Roots of Conflict Still Strong Two Decades After Iran-Iraq War Erupted
Twenty years on from the brutal Iran-Iraq war, which left almost a million dead, the roots of conflict are still strong, witness rocket attacks, border incidents, verbal broadsides, allegation and counter-allegation.
Baghdad considers the war to have begun on September 4, 1980, with a "series of Iranian attacks on Iraqi territory" which preceded the entry of Iraqi troops into Iran on September 22, the internationally accepted date for the start of the war.
The conflict, the bloodiest since World War II, started after Baghdad denounced accords with Tehran on the sharing of water from the Shatt al-Arab, a natural border for much of its course before flowing into the Gulf.
"The rocket attack undertaken Sunday in Baghdad reflects Iran's hostile policy towards Iraq," Salem al-Qubaissi, head of Iraq's parliamentary commission on Arab and international relations, told AFP.
The attack, which left one wounded in a residential area of Baghdad, was the latest in a series of armed operations in the Iraqi capital blamed by the authorities on Iranian agents.
For Qubaissi, "it offers more proof of the implication of Iran in the US-Zionist plot hostile to Iraq, which is trying to normalize relations with Iran in all fields."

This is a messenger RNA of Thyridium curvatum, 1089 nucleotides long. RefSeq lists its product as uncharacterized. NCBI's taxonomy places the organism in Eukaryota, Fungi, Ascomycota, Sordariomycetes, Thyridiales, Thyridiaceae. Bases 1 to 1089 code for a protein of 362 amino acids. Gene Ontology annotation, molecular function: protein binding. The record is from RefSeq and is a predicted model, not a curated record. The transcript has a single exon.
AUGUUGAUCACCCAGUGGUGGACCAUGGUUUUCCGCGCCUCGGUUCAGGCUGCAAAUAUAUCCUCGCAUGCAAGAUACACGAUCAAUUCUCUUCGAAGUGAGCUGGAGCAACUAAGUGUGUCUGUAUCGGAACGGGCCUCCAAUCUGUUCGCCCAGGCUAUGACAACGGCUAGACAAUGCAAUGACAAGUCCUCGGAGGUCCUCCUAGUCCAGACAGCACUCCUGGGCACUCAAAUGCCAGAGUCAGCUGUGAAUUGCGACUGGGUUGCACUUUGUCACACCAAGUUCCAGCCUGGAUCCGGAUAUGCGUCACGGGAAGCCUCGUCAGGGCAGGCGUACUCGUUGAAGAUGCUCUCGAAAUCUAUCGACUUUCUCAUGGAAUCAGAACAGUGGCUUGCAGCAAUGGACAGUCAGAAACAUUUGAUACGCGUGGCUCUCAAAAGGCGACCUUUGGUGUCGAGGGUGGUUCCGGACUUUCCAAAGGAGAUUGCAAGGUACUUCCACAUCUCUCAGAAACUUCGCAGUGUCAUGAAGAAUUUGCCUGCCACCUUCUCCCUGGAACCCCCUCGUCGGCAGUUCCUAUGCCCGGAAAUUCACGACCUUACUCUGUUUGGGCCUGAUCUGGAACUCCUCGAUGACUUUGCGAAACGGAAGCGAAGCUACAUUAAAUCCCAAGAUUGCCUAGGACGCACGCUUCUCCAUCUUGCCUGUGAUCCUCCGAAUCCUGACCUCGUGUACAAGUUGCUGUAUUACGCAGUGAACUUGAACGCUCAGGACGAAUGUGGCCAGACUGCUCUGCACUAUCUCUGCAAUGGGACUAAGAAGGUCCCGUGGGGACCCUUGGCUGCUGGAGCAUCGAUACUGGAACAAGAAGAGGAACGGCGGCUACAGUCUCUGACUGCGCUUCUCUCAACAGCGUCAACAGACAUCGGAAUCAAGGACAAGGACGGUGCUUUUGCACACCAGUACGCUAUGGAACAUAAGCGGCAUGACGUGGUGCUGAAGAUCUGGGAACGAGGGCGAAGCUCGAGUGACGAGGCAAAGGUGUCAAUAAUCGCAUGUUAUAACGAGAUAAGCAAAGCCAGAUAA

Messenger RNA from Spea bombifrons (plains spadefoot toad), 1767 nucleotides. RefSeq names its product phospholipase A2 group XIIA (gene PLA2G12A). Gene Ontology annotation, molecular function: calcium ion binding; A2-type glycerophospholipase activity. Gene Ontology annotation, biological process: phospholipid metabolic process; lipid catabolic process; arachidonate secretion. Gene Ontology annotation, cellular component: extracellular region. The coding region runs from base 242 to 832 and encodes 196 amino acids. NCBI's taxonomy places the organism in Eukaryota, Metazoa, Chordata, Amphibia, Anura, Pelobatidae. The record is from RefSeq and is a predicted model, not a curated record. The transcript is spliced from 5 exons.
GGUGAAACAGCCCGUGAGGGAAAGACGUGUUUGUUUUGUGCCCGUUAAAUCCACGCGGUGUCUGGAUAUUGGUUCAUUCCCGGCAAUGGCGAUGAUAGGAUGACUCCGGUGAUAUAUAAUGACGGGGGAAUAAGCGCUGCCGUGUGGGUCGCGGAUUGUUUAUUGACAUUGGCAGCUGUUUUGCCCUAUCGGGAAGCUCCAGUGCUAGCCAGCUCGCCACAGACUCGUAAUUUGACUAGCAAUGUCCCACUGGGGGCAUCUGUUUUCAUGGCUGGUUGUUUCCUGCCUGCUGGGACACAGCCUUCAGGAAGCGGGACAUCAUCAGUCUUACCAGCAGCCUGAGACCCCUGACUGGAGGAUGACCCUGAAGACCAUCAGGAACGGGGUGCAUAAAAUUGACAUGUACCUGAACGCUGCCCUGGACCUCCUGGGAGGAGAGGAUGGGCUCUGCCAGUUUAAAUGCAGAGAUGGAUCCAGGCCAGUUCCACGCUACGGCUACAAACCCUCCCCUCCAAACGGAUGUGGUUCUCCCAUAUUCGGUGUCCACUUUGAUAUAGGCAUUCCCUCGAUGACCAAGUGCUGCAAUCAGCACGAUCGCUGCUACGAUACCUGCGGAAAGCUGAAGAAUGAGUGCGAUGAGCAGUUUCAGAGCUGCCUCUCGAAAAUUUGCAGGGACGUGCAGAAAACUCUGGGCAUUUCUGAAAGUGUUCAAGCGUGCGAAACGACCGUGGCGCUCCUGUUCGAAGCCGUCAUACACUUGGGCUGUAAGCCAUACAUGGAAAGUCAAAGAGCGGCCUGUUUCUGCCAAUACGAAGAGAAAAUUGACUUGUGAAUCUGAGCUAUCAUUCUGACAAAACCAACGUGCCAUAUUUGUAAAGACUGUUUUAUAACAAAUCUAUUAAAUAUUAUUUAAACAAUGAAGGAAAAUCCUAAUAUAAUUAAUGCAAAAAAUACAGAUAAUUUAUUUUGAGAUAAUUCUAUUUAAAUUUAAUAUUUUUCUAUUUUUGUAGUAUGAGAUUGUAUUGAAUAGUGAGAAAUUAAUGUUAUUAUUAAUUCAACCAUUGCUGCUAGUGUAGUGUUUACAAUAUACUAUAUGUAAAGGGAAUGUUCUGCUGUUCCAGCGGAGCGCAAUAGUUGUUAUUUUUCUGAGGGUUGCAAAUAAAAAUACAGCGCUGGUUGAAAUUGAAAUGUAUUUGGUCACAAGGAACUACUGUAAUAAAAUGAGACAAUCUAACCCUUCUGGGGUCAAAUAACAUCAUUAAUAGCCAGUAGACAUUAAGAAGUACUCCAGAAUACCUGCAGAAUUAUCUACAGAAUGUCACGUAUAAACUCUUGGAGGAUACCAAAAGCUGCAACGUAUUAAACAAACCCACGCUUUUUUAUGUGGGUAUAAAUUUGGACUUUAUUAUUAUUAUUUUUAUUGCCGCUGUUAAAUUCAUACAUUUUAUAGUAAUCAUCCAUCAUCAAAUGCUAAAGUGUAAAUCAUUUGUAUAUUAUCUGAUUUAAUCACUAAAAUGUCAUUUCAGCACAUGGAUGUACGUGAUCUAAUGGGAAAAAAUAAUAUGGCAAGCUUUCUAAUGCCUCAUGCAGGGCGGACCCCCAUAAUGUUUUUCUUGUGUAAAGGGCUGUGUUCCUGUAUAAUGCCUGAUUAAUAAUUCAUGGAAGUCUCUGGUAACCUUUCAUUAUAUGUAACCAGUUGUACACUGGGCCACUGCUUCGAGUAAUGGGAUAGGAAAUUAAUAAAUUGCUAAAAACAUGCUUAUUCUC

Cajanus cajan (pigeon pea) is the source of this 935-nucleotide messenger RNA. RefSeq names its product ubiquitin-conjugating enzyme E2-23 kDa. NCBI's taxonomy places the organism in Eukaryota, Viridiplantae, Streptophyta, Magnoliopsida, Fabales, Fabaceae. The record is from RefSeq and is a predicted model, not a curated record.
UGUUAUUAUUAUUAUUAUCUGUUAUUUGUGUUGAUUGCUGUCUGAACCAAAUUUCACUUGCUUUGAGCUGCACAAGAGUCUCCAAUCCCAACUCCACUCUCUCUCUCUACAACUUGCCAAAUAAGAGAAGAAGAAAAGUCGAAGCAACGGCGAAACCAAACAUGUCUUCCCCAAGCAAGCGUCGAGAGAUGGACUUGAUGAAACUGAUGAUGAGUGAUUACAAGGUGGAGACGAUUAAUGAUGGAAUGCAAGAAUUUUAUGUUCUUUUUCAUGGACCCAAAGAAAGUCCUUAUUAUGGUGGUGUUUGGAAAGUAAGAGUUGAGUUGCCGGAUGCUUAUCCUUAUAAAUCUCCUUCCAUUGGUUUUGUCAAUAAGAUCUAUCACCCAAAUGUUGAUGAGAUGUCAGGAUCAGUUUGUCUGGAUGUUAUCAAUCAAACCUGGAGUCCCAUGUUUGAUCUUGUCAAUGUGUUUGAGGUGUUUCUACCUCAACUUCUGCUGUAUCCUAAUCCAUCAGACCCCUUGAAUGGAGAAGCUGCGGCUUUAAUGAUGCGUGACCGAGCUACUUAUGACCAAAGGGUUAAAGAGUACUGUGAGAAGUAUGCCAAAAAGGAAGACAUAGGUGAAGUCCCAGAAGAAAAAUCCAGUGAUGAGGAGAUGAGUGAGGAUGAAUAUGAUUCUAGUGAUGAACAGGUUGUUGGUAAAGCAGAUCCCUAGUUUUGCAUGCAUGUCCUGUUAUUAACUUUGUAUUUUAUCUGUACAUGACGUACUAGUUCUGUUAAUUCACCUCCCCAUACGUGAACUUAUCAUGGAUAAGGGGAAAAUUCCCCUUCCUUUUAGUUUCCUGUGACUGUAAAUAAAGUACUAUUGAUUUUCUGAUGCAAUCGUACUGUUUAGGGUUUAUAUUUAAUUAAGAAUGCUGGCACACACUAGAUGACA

The two countries re-established diplomatic relations at the level of charge d'affaires in 1990, almost two years after the end of the war.
But the process of normalization has since run aground on the issue of prisoners of war and armed opposition groups sheltered by both regimes.
Tehran has repeatedly denied Baghdad's charges that it still holds 29,000 Iraqi prisoners. Iraq says another 60,000 are missing.
Iran, meanwhile, claims that Iraq still holds some 3,000 Iranian soldiers, while Baghdad says it holds none but a handful who were involved in a regional uprising against Saddam Hussein.
Since September, Baghdad has rejected accusations that it was working to destabilize Tehran by supporting the People's Mujahedeen, the main Iranian opposition group based in Iraq, which has intensified military operations along the borders as well as in the heart of the Iranian capital in recent months.
Tehran regularly undertakes operations in Iraqi territory against the Mujahedeen, the last in June when it fired missiles at a base.
Iran, meanwhile, harbors several opposition groups, notably the Supreme Council for Islamic Revolution in Iraq (SCIRI), which in May claimed responsibility for an attack that left one dead and four injured in Baghdad, saying it was aimed at one of Saddam's palaces.
"Tehran will never accept the presence of Mujahedeen in Iraq from where they launch military activities in the heart of Iran, and nor will Baghdad accept that rebel elements continue to cross the border to carry out acts of sabotage, especially in southern towns," one Western diplomat in Baghdad said.
"This state of neither peace nor war will continue until the question of opposition groups is sorted out," he added.
Iraq has also accused Iran of being in cahoots with the United States in planning "terrorist acts" to subdue Baghdad.
It has also denounced Tehran's refusal to return 115 warplanes and 33 civilian planes spirited to Iran on the eve of the 1991 Gulf War.
Iran has said it has possession of only 22 planes and is ready to return them if the United Nations so wishes -- BAGHDAD(AFP)
© 2000 Al Bawaba (www.albawaba.com)